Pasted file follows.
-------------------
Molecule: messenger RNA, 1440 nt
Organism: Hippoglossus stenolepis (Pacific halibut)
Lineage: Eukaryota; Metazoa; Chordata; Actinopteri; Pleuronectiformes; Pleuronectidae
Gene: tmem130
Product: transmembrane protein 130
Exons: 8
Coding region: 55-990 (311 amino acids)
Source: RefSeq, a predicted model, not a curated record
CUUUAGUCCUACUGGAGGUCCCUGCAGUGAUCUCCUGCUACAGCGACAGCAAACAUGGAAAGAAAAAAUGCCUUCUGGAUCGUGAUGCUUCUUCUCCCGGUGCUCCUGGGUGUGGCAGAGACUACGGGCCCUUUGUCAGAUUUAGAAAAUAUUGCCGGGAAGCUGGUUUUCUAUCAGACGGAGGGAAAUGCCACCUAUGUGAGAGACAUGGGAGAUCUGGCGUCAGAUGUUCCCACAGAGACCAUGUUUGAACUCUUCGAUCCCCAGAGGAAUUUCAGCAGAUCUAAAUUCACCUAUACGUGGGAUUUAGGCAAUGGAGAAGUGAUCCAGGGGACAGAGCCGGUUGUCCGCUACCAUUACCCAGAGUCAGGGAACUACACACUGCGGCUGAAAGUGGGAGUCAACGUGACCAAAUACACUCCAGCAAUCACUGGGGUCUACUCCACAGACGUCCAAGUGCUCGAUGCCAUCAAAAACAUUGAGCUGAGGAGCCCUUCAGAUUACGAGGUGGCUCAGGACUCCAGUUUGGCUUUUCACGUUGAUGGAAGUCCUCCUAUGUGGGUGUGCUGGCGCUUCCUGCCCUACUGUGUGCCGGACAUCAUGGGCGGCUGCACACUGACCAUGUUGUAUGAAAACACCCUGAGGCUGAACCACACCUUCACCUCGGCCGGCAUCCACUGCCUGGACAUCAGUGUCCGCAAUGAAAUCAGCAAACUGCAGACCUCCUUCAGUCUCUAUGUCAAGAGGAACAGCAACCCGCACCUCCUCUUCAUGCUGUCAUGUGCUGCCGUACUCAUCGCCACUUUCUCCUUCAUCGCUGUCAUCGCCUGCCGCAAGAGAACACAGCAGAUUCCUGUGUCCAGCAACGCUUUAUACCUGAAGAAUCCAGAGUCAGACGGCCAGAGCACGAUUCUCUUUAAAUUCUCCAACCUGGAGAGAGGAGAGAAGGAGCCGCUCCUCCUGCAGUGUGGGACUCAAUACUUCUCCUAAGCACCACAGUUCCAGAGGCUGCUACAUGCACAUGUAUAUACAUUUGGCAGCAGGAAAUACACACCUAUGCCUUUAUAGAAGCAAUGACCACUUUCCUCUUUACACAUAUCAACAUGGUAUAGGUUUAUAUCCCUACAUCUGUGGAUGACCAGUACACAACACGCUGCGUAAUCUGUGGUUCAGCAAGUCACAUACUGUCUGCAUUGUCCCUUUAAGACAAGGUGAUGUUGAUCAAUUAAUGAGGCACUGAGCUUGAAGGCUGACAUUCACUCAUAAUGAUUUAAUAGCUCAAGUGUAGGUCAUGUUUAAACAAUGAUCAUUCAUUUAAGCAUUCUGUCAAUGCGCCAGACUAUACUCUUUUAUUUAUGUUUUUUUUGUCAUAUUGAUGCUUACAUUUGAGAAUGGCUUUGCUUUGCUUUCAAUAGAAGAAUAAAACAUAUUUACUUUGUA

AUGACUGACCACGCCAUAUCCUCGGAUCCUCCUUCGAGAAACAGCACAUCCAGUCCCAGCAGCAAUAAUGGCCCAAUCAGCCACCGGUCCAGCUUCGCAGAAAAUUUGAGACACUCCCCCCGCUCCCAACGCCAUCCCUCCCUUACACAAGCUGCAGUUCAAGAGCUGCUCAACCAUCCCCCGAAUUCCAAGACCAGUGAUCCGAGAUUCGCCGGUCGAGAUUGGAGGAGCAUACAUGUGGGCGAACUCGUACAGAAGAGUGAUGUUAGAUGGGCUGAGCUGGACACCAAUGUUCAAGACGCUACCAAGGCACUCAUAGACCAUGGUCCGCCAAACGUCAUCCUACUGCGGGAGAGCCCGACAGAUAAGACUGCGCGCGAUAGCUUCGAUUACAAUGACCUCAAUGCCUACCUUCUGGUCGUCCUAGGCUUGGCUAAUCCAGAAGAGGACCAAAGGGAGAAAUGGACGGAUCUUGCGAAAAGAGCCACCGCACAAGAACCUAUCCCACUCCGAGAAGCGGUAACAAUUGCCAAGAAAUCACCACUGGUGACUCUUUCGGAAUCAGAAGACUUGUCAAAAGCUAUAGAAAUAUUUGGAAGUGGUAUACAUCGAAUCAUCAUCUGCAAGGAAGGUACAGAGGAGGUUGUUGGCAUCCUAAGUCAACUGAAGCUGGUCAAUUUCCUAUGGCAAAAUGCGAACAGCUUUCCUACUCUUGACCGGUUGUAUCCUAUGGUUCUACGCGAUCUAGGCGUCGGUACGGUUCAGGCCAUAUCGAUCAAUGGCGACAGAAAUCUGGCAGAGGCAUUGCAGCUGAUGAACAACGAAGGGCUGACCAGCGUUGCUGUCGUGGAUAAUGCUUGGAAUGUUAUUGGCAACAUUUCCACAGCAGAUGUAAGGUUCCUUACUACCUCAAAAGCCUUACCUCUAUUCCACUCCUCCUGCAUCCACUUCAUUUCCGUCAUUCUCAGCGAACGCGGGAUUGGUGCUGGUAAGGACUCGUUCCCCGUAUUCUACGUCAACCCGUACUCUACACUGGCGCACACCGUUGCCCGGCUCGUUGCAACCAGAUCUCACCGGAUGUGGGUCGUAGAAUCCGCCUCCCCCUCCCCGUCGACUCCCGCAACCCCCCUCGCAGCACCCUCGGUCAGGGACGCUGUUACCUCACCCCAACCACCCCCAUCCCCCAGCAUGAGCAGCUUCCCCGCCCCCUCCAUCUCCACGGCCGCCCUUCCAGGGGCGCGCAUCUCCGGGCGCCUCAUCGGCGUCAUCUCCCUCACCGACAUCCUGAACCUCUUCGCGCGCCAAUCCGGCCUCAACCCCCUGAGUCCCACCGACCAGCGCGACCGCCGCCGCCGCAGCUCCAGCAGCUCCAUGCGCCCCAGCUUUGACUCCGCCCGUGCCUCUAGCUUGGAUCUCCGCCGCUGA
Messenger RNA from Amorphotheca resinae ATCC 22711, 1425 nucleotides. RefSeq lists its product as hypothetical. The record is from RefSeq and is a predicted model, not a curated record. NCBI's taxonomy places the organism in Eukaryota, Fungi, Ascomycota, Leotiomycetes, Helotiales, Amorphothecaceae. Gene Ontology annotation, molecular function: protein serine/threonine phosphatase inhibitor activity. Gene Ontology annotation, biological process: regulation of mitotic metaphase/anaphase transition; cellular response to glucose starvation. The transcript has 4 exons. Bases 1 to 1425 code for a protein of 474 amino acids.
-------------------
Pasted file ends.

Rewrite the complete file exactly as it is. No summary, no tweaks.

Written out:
Molecule: messenger RNA, 1440 nt
Organism: Hippoglossus stenolepis (Pacific halibut)
Lineage: Eukaryota; Metazoa; Chordata; Actinopteri; Pleuronectiformes; Pleuronectidae
Gene: tmem130
Product: transmembrane protein 130
Exons: 8
Coding region: 55-990 (311 amino acids)
Source: RefSeq, a predicted model, not a curated record
CUUUAGUCCUACUGGAGGUCCCUGCAGUGAUCUCCUGCUACAGCGACAGCAAACAUGGAAAGAAAAAAUGCCUUCUGGAUCGUGAUGCUUCUUCUCCCGGUGCUCCUGGGUGUGGCAGAGACUACGGGCCCUUUGUCAGAUUUAGAAAAUAUUGCCGGGAAGCUGGUUUUCUAUCAGACGGAGGGAAAUGCCACCUAUGUGAGAGACAUGGGAGAUCUGGCGUCAGAUGUUCCCACAGAGACCAUGUUUGAACUCUUCGAUCCCCAGAGGAAUUUCAGCAGAUCUAAAUUCACCUAUACGUGGGAUUUAGGCAAUGGAGAAGUGAUCCAGGGGACAGAGCCGGUUGUCCGCUACCAUUACCCAGAGUCAGGGAACUACACACUGCGGCUGAAAGUGGGAGUCAACGUGACCAAAUACACUCCAGCAAUCACUGGGGUCUACUCCACAGACGUCCAAGUGCUCGAUGCCAUCAAAAACAUUGAGCUGAGGAGCCCUUCAGAUUACGAGGUGGCUCAGGACUCCAGUUUGGCUUUUCACGUUGAUGGAAGUCCUCCUAUGUGGGUGUGCUGGCGCUUCCUGCCCUACUGUGUGCCGGACAUCAUGGGCGGCUGCACACUGACCAUGUUGUAUGAAAACACCCUGAGGCUGAACCACACCUUCACCUCGGCCGGCAUCCACUGCCUGGACAUCAGUGUCCGCAAUGAAAUCAGCAAACUGCAGACCUCCUUCAGUCUCUAUGUCAAGAGGAACAGCAACCCGCACCUCCUCUUCAUGCUGUCAUGUGCUGCCGUACUCAUCGCCACUUUCUCCUUCAUCGCUGUCAUCGCCUGCCGCAAGAGAACACAGCAGAUUCCUGUGUCCAGCAACGCUUUAUACCUGAAGAAUCCAGAGUCAGACGGCCAGAGCACGAUUCUCUUUAAAUUCUCCAACCUGGAGAGAGGAGAGAAGGAGCCGCUCCUCCUGCAGUGUGGGACUCAAUACUUCUCCUAAGCACCACAGUUCCAGAGGCUGCUACAUGCACAUGUAUAUACAUUUGGCAGCAGGAAAUACACACCUAUGCCUUUAUAGAAGCAAUGACCACUUUCCUCUUUACACAUAUCAACAUGGUAUAGGUUUAUAUCCCUACAUCUGUGGAUGACCAGUACACAACACGCUGCGUAAUCUGUGGUUCAGCAAGUCACAUACUGUCUGCAUUGUCCCUUUAAGACAAGGUGAUGUUGAUCAAUUAAUGAGGCACUGAGCUUGAAGGCUGACAUUCACUCAUAAUGAUUUAAUAGCUCAAGUGUAGGUCAUGUUUAAACAAUGAUCAUUCAUUUAAGCAUUCUGUCAAUGCGCCAGACUAUACUCUUUUAUUUAUGUUUUUUUUGUCAUAUUGAUGCUUACAUUUGAGAAUGGCUUUGCUUUGCUUUCAAUAGAAGAAUAAAACAUAUUUACUUUGUA

AUGACUGACCACGCCAUAUCCUCGGAUCCUCCUUCGAGAAACAGCACAUCCAGUCCCAGCAGCAAUAAUGGCCCAAUCAGCCACCGGUCCAGCUUCGCAGAAAAUUUGAGACACUCCCCCCGCUCCCAACGCCAUCCCUCCCUUACACAAGCUGCAGUUCAAGAGCUGCUCAACCAUCCCCCGAAUUCCAAGACCAGUGAUCCGAGAUUCGCCGGUCGAGAUUGGAGGAGCAUACAUGUGGGCGAACUCGUACAGAAGAGUGAUGUUAGAUGGGCUGAGCUGGACACCAAUGUUCAAGACGCUACCAAGGCACUCAUAGACCAUGGUCCGCCAAACGUCAUCCUACUGCGGGAGAGCCCGACAGAUAAGACUGCGCGCGAUAGCUUCGAUUACAAUGACCUCAAUGCCUACCUUCUGGUCGUCCUAGGCUUGGCUAAUCCAGAAGAGGACCAAAGGGAGAAAUGGACGGAUCUUGCGAAAAGAGCCACCGCACAAGAACCUAUCCCACUCCGAGAAGCGGUAACAAUUGCCAAGAAAUCACCACUGGUGACUCUUUCGGAAUCAGAAGACUUGUCAAAAGCUAUAGAAAUAUUUGGAAGUGGUAUACAUCGAAUCAUCAUCUGCAAGGAAGGUACAGAGGAGGUUGUUGGCAUCCUAAGUCAACUGAAGCUGGUCAAUUUCCUAUGGCAAAAUGCGAACAGCUUUCCUACUCUUGACCGGUUGUAUCCUAUGGUUCUACGCGAUCUAGGCGUCGGUACGGUUCAGGCCAUAUCGAUCAAUGGCGACAGAAAUCUGGCAGAGGCAUUGCAGCUGAUGAACAACGAAGGGCUGACCAGCGUUGCUGUCGUGGAUAAUGCUUGGAAUGUUAUUGGCAACAUUUCCACAGCAGAUGUAAGGUUCCUUACUACCUCAAAAGCCUUACCUCUAUUCCACUCCUCCUGCAUCCACUUCAUUUCCGUCAUUCUCAGCGAACGCGGGAUUGGUGCUGGUAAGGACUCGUUCCCCGUAUUCUACGUCAACCCGUACUCUACACUGGCGCACACCGUUGCCCGGCUCGUUGCAACCAGAUCUCACCGGAUGUGGGUCGUAGAAUCCGCCUCCCCCUCCCCGUCGACUCCCGCAACCCCCCUCGCAGCACCCUCGGUCAGGGACGCUGUUACCUCACCCCAACCACCCCCAUCCCCCAGCAUGAGCAGCUUCCCCGCCCCCUCCAUCUCCACGGCCGCCCUUCCAGGGGCGCGCAUCUCCGGGCGCCUCAUCGGCGUCAUCUCCCUCACCGACAUCCUGAACCUCUUCGCGCGCCAAUCCGGCCUCAACCCCCUGAGUCCCACCGACCAGCGCGACCGCCGCCGCCGCAGCUCCAGCAGCUCCAUGCGCCCCAGCUUUGACUCCGCCCGUGCCUCUAGCUUGGAUCUCCGCCGCUGA
Messenger RNA from Amorphotheca resinae ATCC 22711, 1425 nucleotides. RefSeq lists its product as hypothetical. The record is from RefSeq and is a predicted model, not a curated record. NCBI's taxonomy places the organism in Eukaryota, Fungi, Ascomycota, Leotiomycetes, Helotiales, Amorphothecaceae. Gene Ontology annotation, molecular function: protein serine/threonine phosphatase inhibitor activity. Gene Ontology annotation, biological process: regulation of mitotic metaphase/anaphase transition; cellular response to glucose starvation. The transcript has 4 exons. Bases 1 to 1425 code for a protein of 474 amino acids.